Vaccine Mandate-Based Religious Discrimination Claims Dismissed

In Almodovar v. The City of New York, No. 150953/2023, 2024 WL 1806059 (N.Y. Sup Ct, New York County Apr. 25, 2024), the court dismissed plaintiff’s claims of religion-based discrimination arising from the employer’s Covid-19 vaccine mandate.

From the decision:

With respect to religious discrimination, Plaintiff’s bare bones complaint contains few factual allegations to support his claims, and instead relies on legal conclusions that Plaintiff was constructively terminated because of his faith, was entitled to a reasonable accommodation, or that the City’s process for handling accommodation requests related to the vaccine mandate, including Plaintiff’s request, did not meet the requirements outlined in the NYCHRL concerning cooperative dialogue.

To plead a cause of action for employment discrimination under the NYSHRL, Plaintiff must allege: (1) he is a member of a protected class, (2) he was qualified to hold the position, (3) that he was terminated from employment or suffered adverse employment action, and (4) that the termination or adverse employment action occurred under circumstances giving rise to an inference of discrimination (Harrington v City of New York, 157 AD3d 582, 584 [1st Dept 2018]). For the purposes of a motion to dismiss, Plaintiff’s allegation that he was employed by the NYPD for sixteen and a half years without professional penalization or suspension is sufficient to plead that he had an employment relationship and that he was qualified to hold the position. Plaintiff has also sufficiently pled that he is a member of a protected class, and he was constructively discharged for failure to comply with the vaccine mandate (NYSCEF Doc No. 1, verified complaint ¶¶ 1, 34).

However, with respect to the final element, Plaintiff pleads only that “when he refused to get vaccinated, the NYPD constructively terminated his employment” (id. ¶ 35). No additional facts are alleged that give rise to an inference of religious discrimination. Plaintiff does not advance any facts regarding the period after the denial of his reasonable accommodation request and before the constructive termination to show that the termination was discriminatory or an act of retaliation, nor does he allege any remarks or actions by decisionmakers to show discriminatory intent (Brown v City of New York, 188 AD3d 518, 519 [1st Dept 2020]; Whitfield-Ortiz v Dep’t of Educ. of City of New York, 116 AD3d 580, 581 [1st Dept 2014]. Plaintiff also doesn’t draw any connection between his religion as a “devout Christian” and his alleged constructive termination (see Currid v The City of New York, 2024 NY Slip Op 30222[U], *2 [Sup Ct, NY County 2024][“[i]n his verified complaint, Plaintiff does not set factual allegations regarding a conflict between the vaccine mandate and his bona fide religious beliefs”]). Accordingly, Plaintiff has not pled facts that give rise to an inference of discrimination, and Plaintiff’s legal conclusions are insufficient to state a cause of action under the NYSHRL.

Under the NYCHRL, it is unlawful discriminatory practice “for an employer or an employee or agent thereof, because of the actual or perceived . . . creed . . . to discharge from employment such person or . . . to discriminate against such person in compensation or in terms, conditions or privileges of employment” (Administrative Code of City of NY § 8-107[1][a]). The elements of a discrimination claim under the NYCHRL largely mirror the NYSHRL, except that Plaintiff does not need to plead that he suffered an adverse employment action, only that he was treated differently than other employees under circumstances giving rise to discrimination (Herrington v Metro-N. Commuter R. Co., 118 AD3d 544, 544 [1st Dept 2014]; Askin v Dep’t of Educ. Of City of New York, 110 AD3d 621, 622 [1st Dept 2013]). With respect to the treatment of other employees, Plaintiff alleges only that “many other workers were routinely allowed to work wearing masks or taking weekly tests” (NYSCEF Doc No.1, verified complaint ¶ 25). Plaintiff does not allege who these workers were, whether they hold the same position and title as Plaintiff, whether they applied for reasonable accommodation, or whether they shared the same faith as Plaintiff (see Thior v Jetblue Airways Corp., 2021 NY Slip Op 31818[U], *3 [Sup Ct, NY County 2021][similarly situated employees have a common employer, the same supervisor, the same performance evaluation and disciplinary standards, and were engaged in the same work]). Moreover, and fatal to Plaintiff’s claim, is the absence of any facts that suggest Plaintiff’s religion was a motivation to constructively terminate him (Cadet-Legros v New York Univ. Hosp. Ctr., 135 AD3d 196, 202 [1st Dept 2015][“the question is whether that action was motivated, in whole or in part, by . . . discrimination”]). Accordingly, Plaintiff has not pled facts sufficient to show that he was treated differently than others similarly situated. In short, Plaintiff does not advance any facts that show that Plaintiff’s constructive termination was motivated by his religion rather than his status as unvaccinated. Thus, Plaintiff’s first cause of action is dismissed as untimely and for failure to state a cause of action.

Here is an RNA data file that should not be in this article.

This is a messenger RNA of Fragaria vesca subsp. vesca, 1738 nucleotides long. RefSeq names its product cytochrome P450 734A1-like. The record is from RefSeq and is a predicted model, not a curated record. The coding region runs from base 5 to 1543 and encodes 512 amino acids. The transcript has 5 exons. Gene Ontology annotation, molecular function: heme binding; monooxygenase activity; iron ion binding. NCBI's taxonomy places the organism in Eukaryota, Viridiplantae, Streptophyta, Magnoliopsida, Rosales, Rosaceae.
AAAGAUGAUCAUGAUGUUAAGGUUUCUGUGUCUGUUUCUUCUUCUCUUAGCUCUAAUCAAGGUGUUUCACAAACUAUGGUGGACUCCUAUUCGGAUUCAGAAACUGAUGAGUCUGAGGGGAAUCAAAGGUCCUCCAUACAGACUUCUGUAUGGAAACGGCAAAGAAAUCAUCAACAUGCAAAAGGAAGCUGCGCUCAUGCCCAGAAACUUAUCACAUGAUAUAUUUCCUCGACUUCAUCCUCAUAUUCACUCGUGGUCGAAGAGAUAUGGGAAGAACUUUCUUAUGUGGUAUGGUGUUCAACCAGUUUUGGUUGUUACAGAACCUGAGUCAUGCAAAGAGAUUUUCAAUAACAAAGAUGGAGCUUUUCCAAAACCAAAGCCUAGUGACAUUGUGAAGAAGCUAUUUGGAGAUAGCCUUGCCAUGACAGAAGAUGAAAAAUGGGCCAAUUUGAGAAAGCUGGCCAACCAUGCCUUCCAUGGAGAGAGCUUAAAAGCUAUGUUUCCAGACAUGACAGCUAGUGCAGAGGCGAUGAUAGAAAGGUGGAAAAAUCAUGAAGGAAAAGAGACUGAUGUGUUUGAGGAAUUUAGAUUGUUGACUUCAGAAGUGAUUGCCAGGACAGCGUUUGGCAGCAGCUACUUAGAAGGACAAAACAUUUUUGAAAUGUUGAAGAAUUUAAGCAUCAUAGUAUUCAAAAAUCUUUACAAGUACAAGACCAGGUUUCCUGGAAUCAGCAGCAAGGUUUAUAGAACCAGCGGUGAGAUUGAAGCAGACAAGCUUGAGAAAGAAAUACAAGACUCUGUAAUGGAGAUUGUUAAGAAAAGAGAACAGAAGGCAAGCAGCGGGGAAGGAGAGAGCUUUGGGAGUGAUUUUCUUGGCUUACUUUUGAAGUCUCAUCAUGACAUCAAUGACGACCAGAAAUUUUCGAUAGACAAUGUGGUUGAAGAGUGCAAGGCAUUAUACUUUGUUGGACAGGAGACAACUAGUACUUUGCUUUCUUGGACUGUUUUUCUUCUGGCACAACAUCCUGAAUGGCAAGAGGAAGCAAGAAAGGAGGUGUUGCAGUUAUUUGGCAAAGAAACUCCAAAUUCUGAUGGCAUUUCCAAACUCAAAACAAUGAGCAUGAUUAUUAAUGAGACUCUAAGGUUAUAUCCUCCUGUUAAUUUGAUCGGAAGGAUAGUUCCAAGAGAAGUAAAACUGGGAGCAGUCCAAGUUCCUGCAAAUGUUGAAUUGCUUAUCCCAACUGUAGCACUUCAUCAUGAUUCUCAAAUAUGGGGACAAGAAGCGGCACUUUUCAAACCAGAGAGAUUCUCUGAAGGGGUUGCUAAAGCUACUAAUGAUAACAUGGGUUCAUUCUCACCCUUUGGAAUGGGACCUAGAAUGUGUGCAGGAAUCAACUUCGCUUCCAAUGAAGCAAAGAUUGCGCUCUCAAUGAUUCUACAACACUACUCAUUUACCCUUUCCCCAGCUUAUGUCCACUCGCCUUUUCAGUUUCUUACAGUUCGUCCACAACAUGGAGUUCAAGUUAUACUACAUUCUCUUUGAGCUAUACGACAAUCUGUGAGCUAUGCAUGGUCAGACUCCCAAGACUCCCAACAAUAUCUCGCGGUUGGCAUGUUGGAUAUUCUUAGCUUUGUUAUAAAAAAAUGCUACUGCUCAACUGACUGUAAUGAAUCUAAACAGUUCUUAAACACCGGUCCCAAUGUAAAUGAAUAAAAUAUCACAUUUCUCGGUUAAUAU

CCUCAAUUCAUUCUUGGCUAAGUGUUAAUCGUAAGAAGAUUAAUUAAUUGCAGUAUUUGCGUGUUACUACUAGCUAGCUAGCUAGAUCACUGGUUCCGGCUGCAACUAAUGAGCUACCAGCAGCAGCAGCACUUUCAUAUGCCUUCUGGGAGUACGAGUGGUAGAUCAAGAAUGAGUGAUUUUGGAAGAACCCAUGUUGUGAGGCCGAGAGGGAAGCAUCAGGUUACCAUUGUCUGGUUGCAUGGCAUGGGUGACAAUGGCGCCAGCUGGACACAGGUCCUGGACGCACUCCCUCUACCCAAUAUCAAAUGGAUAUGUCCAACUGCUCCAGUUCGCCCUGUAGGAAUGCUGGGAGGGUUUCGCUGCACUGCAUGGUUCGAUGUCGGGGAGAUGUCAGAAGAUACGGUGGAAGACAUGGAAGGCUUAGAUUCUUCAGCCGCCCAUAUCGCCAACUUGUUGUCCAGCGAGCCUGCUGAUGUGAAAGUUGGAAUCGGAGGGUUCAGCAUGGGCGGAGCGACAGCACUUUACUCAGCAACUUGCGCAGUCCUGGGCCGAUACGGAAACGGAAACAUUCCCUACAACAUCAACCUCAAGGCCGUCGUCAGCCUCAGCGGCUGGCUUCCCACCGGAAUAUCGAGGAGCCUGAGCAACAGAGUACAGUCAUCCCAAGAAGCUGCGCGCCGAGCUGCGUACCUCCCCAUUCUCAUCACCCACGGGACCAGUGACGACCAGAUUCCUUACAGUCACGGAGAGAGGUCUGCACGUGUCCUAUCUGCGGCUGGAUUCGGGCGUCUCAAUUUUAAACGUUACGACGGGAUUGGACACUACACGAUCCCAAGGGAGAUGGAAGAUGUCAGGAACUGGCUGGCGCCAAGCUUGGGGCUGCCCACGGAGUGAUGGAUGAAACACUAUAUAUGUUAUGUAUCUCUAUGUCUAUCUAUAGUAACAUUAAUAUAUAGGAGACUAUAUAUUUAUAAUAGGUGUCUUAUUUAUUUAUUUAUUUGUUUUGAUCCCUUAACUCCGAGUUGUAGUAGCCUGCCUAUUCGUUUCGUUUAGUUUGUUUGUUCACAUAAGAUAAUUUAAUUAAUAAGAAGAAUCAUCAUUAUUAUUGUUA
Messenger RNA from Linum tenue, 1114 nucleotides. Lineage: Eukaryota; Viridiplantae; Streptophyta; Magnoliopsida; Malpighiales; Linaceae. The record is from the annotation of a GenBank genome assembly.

The court further dismissed plaintiff’s failure to retaliation claim, noting that plaintiff “alleges only that he applied for a reasonable accommodation because he is created in God’s image and the accommodation was denied because of undue hardship” but “does not advance any facts that show how his belief conflicts with the vaccine mandate.”

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